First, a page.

Tragedy in the skies may have saved lives on earth
The Chinook disaster was a blow to RUC intelligence - it could have been worse, says Alan Murray
The loss of so many intelligence experts in the Chinook crash was more than quadruple the previous total number of Special Branch officers murdered by the Provisional IRA.
Only around five Special Branch officers were ever tracked down and eliminated by the IRA in the entire war of attrition between the two adversaries.
While numerous IRA activists perished in Special Branch-led operations, or suffered the fate of long imprisonment as a result of Special Branch penetration of their ranks, republicans inflicted little material damage on the work of the department - or its personnel.
So the Chinook crash on the Mull of Kintyre in 1994 was the first major tremor to hit Special Branch since it was greatly expanded to respond to the resumed IRA campaign in 1970.
In its early days, rookie constables - even members of the RUC reserve - were absorbed into the Special Branch's expanding empire. By the time it had reached its strength of more than 800 in the 1980s, only fully-fledged officers could hope to be considered for selection for the specialist 'E' Department. Some, like former paratrooper Ian Phoenix, who died in the crash, were ex-soldiers who had joined the RUC in the years when it was expanding to cope with the upsurge of activities by the Provisional IRA and loyalist paramilitaries.
Assistant Chief Constable Brian Fitzsimmons, then head of 'E' Department and Special Branch, who died alongside Ian Phoenix, couldn't have been more different in his demeanour and attributes.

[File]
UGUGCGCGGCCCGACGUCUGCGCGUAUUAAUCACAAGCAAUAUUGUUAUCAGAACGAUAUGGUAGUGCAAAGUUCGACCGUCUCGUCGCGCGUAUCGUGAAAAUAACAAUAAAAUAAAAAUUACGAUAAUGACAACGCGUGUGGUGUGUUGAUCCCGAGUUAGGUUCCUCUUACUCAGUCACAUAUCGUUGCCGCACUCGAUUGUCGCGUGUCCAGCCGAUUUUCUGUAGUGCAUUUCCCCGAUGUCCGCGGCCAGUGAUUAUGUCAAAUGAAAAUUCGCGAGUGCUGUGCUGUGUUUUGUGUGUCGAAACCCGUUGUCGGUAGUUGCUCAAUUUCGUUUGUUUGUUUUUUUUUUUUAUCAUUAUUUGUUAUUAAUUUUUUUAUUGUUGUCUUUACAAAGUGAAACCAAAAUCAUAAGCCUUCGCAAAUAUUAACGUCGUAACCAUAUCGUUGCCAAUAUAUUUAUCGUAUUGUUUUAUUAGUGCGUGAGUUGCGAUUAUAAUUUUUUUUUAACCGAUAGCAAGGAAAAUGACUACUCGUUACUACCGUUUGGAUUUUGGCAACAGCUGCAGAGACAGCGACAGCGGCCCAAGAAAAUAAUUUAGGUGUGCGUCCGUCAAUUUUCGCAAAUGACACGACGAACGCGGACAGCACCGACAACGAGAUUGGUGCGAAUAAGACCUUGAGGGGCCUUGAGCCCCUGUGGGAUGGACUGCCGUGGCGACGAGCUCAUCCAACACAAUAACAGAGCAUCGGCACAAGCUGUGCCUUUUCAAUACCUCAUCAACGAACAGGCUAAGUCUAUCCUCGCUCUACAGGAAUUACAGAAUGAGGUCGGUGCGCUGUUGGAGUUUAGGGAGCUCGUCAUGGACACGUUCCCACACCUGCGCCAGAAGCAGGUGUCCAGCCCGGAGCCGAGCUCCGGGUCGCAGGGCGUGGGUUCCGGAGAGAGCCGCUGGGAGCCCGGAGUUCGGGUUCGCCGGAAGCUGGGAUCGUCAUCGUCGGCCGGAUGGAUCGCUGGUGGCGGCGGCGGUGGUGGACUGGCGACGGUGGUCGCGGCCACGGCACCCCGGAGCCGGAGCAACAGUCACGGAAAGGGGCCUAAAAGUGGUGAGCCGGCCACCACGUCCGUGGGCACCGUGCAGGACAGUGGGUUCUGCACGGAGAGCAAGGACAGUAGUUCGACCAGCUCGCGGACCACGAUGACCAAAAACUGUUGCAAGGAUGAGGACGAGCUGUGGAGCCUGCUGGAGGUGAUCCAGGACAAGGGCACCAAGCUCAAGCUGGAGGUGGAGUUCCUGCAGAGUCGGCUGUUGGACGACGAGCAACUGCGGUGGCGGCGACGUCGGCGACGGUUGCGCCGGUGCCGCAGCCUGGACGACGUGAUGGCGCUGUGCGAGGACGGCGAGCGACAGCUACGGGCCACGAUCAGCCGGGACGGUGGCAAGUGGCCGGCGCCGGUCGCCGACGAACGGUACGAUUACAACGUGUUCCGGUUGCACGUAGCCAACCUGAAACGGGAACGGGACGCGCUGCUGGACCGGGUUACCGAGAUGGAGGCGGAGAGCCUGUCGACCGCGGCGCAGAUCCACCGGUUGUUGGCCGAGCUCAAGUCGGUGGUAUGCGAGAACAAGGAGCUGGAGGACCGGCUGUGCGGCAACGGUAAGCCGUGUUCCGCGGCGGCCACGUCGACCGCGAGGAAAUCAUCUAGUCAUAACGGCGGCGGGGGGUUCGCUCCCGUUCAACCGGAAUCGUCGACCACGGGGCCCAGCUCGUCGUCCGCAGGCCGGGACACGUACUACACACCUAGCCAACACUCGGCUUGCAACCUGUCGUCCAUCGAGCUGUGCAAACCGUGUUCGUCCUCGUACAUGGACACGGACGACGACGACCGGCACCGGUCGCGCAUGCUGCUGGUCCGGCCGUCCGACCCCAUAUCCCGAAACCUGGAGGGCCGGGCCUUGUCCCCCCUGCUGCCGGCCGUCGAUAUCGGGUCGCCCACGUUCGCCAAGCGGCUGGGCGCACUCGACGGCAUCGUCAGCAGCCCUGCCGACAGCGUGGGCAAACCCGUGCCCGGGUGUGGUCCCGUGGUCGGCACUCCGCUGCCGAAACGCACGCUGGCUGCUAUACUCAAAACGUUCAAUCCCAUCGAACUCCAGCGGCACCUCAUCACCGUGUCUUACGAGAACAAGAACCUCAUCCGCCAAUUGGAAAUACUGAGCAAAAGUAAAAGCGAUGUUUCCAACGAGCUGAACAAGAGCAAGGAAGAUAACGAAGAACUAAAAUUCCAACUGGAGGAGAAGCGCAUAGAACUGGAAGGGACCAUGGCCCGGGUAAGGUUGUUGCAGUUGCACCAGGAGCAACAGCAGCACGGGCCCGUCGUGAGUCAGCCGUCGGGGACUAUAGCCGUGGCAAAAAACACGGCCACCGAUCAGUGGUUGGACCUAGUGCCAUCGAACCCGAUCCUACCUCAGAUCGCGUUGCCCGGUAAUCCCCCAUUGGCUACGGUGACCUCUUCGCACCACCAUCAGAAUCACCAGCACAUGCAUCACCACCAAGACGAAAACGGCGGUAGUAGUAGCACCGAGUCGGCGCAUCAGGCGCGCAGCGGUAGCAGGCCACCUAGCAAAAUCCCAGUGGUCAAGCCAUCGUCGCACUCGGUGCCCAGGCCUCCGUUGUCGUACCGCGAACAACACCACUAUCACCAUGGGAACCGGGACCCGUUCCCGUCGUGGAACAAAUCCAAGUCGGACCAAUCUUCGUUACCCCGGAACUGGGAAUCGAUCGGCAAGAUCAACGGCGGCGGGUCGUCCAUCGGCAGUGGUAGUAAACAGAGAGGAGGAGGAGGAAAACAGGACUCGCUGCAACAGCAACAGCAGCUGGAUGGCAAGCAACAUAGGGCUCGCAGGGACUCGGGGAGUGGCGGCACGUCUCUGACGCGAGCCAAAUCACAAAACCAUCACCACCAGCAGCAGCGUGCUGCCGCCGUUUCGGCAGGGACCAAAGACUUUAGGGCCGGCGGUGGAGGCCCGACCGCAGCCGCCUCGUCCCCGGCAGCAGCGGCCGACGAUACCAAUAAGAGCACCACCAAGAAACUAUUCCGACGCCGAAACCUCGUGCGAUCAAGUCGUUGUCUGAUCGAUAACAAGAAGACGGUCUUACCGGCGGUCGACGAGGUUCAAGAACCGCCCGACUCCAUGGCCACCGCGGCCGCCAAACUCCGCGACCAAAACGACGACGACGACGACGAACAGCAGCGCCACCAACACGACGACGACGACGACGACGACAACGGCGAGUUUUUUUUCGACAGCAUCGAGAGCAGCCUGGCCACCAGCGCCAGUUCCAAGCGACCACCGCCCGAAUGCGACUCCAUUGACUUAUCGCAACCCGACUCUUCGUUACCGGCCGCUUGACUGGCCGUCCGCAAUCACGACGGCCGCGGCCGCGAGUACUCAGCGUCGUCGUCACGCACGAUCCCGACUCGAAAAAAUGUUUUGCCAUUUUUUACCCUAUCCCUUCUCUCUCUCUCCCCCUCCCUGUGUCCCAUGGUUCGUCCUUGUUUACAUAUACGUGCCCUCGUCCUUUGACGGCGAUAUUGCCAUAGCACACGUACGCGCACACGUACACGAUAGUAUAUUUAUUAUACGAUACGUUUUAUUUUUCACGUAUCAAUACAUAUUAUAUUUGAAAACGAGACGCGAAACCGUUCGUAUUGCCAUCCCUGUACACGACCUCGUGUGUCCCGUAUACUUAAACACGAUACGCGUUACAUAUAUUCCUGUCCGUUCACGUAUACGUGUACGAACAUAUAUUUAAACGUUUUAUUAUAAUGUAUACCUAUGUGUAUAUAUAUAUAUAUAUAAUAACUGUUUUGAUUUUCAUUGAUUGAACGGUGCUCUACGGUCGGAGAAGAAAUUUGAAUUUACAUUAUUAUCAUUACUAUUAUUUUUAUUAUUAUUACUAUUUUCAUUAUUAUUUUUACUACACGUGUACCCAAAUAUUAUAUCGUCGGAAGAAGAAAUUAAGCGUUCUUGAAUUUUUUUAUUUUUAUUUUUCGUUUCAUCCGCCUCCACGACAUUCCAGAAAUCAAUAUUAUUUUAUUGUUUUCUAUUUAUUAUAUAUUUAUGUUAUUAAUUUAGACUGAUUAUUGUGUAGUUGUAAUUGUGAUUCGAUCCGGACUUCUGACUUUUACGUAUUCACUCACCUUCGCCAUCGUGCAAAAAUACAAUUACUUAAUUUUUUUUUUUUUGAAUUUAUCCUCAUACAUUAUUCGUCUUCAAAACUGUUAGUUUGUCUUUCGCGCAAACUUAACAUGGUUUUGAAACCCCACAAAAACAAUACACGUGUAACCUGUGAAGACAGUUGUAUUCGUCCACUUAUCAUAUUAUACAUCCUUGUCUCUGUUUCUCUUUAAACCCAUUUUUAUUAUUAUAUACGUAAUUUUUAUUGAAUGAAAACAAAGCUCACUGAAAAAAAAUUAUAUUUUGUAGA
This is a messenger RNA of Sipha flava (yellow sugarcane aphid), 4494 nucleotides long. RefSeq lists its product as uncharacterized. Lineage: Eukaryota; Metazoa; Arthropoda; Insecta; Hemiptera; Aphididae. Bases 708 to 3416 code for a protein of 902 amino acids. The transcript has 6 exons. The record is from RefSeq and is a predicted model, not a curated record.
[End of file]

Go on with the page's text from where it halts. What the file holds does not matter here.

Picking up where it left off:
While Ian Phoenix was a gregarious individual who would warmly welcome you into his company, Brian Fitzsimmons was more cautious with his invitations. His demeanour indicated the role of the analyst.
While Phoenix ran top-level agents like Martin McGartland, Fitzsimmons was adept at poring over report after report to seek to detect any pattern to events that would help figure out the intended strategy of his opponents.
One former Special Branch officer who knew both men said: "I don't think Brian ever ran an agent in his entire career in the branch, while Ian was a hands-on operator who was out in the field with the men under his command."
In the immediate aftermath of the Chinook crash, the media was replete with over-the-top stories of how an entire elite of 25 anti-terrorist experts had been wiped out in one single tragedy and how devastating a blow that would be for the security services in their long fight against the IRA.
The reality was that the deputy head of Special Branch was the figure who had his finger in every pie. He was the man who was hands-on across every major operation, while Brian Fitzsimmons was the figurehead who attended the meetings with the Chief Constable, the Secretary of State and the head of MI5. More dramatic in operational terms was the loss of sensitive documents from the Special Branch's '220' agent-contact room at its headquarters in Castlereagh in 2002.
By the year of the Chinook crash, Special Branch had achieved its objective and the IRA was ready to declare a ceasefire and eventually decommission its armaments.
Undoubtedly, the human tragedy of the Chinook crash was immense for colleagues and families. But the reality was that Special Branch was so well-established by 1990 that systems operated virtually like clockwork.
Brian Fitzsimmons and Ian Phoenix were planning their retirement, as were others who perished - their knowledge and skills were leaving the RUC anyway before they stepped on to that fateful flight.
More devastating for the RUC would have been the loss of these senior intelligence officials to a successful abduction operation by the IRA. Then the intelligence-gathering methodology and roles of many of their largely anonymous colleagues could have been extracted from them - with potentially devastating consequences.